Art Appreciation Lecture Notes - Week #2
Art Appreciation Lecture Notes - Week #2 1300
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This 4 page Class Notes was uploaded by Alexandra Furman on Monday September 5, 2016. The Class Notes belongs to 1300 at University of Texas at El Paso taught by Davinia N Gomez-Miraval in Fall 2016. Since its upload, it has received 22 views. For similar materials see Art Appreciation in Art at University of Texas at El Paso.
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Date Created: 09/05/16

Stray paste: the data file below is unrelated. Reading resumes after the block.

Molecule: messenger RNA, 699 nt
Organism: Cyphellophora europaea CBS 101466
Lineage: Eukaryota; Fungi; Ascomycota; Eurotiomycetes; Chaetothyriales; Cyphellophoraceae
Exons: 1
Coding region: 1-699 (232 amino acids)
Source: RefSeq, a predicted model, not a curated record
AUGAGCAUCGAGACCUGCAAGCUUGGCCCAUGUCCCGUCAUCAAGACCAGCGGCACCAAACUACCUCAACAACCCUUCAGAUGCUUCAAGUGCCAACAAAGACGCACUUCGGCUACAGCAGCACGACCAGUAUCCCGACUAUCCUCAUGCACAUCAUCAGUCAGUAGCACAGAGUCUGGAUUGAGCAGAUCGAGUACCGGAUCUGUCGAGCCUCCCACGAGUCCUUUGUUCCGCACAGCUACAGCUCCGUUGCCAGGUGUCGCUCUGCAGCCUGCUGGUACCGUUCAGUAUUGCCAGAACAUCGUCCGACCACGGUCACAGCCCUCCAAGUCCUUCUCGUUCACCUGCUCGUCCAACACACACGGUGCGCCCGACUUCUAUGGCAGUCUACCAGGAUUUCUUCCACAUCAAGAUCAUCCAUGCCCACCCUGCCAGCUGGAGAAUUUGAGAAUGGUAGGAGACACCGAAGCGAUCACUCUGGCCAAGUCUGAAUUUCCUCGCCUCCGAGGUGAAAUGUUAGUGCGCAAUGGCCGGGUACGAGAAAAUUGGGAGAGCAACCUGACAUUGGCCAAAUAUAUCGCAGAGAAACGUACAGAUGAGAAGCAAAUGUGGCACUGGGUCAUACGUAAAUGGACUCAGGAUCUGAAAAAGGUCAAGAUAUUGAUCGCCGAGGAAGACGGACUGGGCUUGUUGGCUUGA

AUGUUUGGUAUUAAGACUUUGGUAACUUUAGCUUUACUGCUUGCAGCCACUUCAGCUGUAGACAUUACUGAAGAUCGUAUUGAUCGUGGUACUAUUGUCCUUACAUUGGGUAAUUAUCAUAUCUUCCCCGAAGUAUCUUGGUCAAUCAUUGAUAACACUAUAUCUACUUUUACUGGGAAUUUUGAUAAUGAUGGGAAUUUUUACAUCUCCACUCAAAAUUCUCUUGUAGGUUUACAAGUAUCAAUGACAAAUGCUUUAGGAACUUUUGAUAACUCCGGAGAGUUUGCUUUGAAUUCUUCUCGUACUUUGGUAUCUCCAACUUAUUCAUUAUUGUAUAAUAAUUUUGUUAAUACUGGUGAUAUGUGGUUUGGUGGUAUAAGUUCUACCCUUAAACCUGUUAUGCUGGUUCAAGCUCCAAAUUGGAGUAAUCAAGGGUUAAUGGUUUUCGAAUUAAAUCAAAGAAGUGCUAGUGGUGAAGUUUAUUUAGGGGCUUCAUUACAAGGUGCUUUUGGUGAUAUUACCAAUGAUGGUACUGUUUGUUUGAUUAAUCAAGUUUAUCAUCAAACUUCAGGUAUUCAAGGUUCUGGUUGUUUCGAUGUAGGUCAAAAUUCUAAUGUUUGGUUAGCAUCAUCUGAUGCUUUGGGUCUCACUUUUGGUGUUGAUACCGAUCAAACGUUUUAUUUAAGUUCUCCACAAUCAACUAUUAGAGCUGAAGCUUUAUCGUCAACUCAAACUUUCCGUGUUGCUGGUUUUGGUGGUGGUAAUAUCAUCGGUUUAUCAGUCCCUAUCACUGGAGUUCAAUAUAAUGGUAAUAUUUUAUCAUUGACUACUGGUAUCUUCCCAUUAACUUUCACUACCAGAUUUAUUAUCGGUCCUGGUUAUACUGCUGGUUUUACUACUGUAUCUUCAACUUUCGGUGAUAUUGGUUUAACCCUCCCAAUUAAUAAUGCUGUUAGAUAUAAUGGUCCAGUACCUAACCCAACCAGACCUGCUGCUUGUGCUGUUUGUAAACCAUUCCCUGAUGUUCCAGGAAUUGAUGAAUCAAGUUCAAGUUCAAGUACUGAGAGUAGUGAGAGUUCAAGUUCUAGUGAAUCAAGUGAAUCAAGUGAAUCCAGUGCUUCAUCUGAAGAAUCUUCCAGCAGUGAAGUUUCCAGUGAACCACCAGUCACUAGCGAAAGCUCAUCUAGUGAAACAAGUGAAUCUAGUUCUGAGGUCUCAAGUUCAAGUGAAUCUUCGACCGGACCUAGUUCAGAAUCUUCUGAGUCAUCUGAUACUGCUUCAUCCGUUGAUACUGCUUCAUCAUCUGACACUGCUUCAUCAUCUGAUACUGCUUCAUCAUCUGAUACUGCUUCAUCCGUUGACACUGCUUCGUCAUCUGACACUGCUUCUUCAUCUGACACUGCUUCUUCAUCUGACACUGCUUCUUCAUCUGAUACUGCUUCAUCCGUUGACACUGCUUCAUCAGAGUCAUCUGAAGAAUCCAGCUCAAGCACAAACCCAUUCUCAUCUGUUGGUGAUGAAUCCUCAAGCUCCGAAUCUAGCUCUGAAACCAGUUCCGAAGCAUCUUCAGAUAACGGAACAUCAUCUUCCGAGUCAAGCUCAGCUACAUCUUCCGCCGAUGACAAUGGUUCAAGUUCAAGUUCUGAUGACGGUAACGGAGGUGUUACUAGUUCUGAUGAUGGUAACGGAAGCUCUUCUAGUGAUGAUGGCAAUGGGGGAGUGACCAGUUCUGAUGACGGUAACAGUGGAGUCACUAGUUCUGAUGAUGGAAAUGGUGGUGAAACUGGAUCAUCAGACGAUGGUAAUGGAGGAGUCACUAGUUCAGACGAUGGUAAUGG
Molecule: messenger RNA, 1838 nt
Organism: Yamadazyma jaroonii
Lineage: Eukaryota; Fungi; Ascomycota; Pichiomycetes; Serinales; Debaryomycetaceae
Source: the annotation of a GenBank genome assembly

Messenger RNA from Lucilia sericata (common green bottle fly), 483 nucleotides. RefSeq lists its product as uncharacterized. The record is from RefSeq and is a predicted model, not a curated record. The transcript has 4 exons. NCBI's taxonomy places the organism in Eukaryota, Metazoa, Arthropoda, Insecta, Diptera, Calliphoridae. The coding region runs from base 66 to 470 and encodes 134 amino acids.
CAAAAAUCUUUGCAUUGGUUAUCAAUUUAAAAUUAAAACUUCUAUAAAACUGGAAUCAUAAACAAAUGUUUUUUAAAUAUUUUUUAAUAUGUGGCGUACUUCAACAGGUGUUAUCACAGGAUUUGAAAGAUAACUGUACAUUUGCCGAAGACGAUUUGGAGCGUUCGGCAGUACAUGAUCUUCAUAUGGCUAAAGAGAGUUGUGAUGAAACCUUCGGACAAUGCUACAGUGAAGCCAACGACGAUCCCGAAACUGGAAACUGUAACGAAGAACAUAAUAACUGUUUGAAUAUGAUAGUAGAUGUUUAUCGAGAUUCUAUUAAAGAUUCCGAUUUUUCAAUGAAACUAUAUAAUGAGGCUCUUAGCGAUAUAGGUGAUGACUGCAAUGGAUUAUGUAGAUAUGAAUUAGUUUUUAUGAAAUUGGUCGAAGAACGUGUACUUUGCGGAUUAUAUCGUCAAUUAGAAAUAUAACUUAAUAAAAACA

Art Appreciation – 1300 August 30 , 2016 Professor Gomez-Miraval Lecture Notes KEY PEOPLE KEY VOCAB KEY INFO KEY PLACES Qualities of Line Cont’d 1. Directionality: - One last example of Curved Line: o Guggenheim Museum in NYC, built in 1959, cone shaped (considers the fluidity of movement), has no stairs…instead a wide ramp was built and utilized as exhibition space to both combat the large amounts of visitors and the disabled Due to Jackson Pollock moving the center of art to NYC, they needed museums to accommodate the large number of visitors that came to view art 2. Hard Line: a. Defined, mostly clean, has a clear beginning and end, usually made with one single stroke b. Also known as the “male” line c. Ex: Georgia O’Keeffe’s Winter Road 1963 i. Hard, curved, actual line 3. Soft Line a. Hesitant, varied, broken down b. Also known as the “female” line Functions of Line 1. Outline and Contour a. Outline: i. Defines the figure/shape, lineate the figure ii. Not a lot of detail, small shapes or lines, etc. iii. ALWAYS composed of actual lines (whether hard or soft) 1. Actual lines are used to show characteristics b. Contour: i. Shows the edges of the things ii. ALWAYS composed of implied lines iii. You will see this in 90% of artwork 2. Shading/Modeling a. Looking for the illusion of three dimensionality seen through shadows and light b. Parts of the artwork in front of or behind other objects show depth c. There are two techniques to execute shading/modeling: i. Hatching 1. Creating semi parallel lines 2. Lines closer together convey shadow 3. Lines farther away convey openness ii. Cross Hatching 1. Crossing of the semi parallel lines 2. Follows same trends as the hatch technique 3. Lines closer together convey shadow 4. Lines farther away convey openness 3. Texture a. Something tangible that you can feel with your hands, tactile b. Suggested by the line characteristics i. Lines can imply skin qualities in artwork concerning humans 4. Direction/Movement a. In nature, look for lines in the landscape and foreground b. Movement is shown by diagonal lines i. Diagonal lines can also imply instability c. Direction is shown by horizontal lines Shape 1. Shape is a two dimensional area with identifiable boundaries 2. There are two categories of shape: a. Geometric shape i. Due to its angles and sharp edges, Clean, Perfectly defined ii. Circle is an exception…it falls somewhere in between the two categories; because its curve implies movement, it is also considered organic iii. Supremacism = belief that the supreme shape is the rectangle b. Organic shape i. No sharp angles, curved, devoid of sharp angles 3. Henri Matisse (1869-1954) a. To him, making art was a central part of his being…even when he was sick and disabled; he tried his best to continue to make art b. Used the cut-out technique: cutting shapes from paper and arranging them 4. Implied triangular shape a. Used during the time of the renaissance to express the religion of Christianity b. The triangle, in Christianity, represents the holy trinity: God, the father, and the holy spirit c. When a triangle is present, it can show that God is present th (end of lecture for Aug. 30 ) Shape Continued 5. Just like line, shape can be both actual and implied a. Many of Da Vinci’s works include organic shapes (due to the human body) but the placement of their bodies establishes an implied triangular shape b. Rafael is more forward with implied triangular shape in his works (more so than Da Vinci) i. Rafael could have surpassed both Da Vinci and Michelangelo if he hadn’t died so early on in life ii. He died of syphilis at age 30 6. Figure and Ground a. Figure-Ground relationship i. Figure = the shape ii. Ground = whatever is around the shape, the area where shapes (figures) reside b. Figure-Ground Reversal i. When the ground and the figure interchange places ii. Ex: Faces and Vase artwork 1. When you see the faces (figure), the vase is implied (ground) 2. When you see the vase (figure), the vases are implied (ground) iii. It is possible to have both reversal and relationship in the same artwork Mass 1. Mass – a three dimensional object that exists in space 2. Form – objects that have mass a. If it is an illusion of space, it’s a shape NOT a form (shapes are 2D, forms are 3D) b. Only sculptures, metal work, and things that can actually take up 3D space can have mass and be called form c. There are two types of forms: i. Closed forms 1. Solid, compact, self- sufficient, hard, and have no distractions 2. Ex: Olmec Head a. Found SE of Mexico b. ~13ft tall, made of volcanic rock, weigh 25 tons, doesn’t have any holes in the form ii. Open Forms 1. See through, has distractions, may or may not be self-sufficient, has to include open spaces 2. Could share many characteristics with closed forms, but if see through or has open spaces it is still classified as open Light 1. Value – the relative lightness or darkness of a color or neutral a. Neutral = black, white, grey, brown b. Translation – using relative value when converting an artwork from color into neutrals c. The more value there is in a composition, the more 3D it looks (if there is less value, it looks more flat or 2D) 2. Black and White a. Highlight = the lightest area of the whole composition b. Graduations of value = the in areas of the composition in between the highlight and darkest area c. Darkest value = the darkest area of the whole composition 3. Shade – adding black to a color 4. Tone – adding grey to a color 5. Tint – adding white to a color a. PINK IS NOT A COLOR, IT IS A TINT!!!